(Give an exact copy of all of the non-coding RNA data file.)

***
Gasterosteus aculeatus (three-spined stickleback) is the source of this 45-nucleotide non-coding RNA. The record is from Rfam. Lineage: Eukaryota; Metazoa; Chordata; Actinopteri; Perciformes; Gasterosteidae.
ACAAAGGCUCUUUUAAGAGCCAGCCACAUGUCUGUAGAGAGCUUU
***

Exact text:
Gasterosteus aculeatus (three-spined stickleback) is the source of this 45-nucleotide non-coding RNA. The record is from Rfam. Lineage: Eukaryota; Metazoa; Chordata; Actinopteri; Perciformes; Gasterosteidae.
ACAAAGGCUCUUUUAAGAGCCAGCCACAUGUCUGUAGAGAGCUUU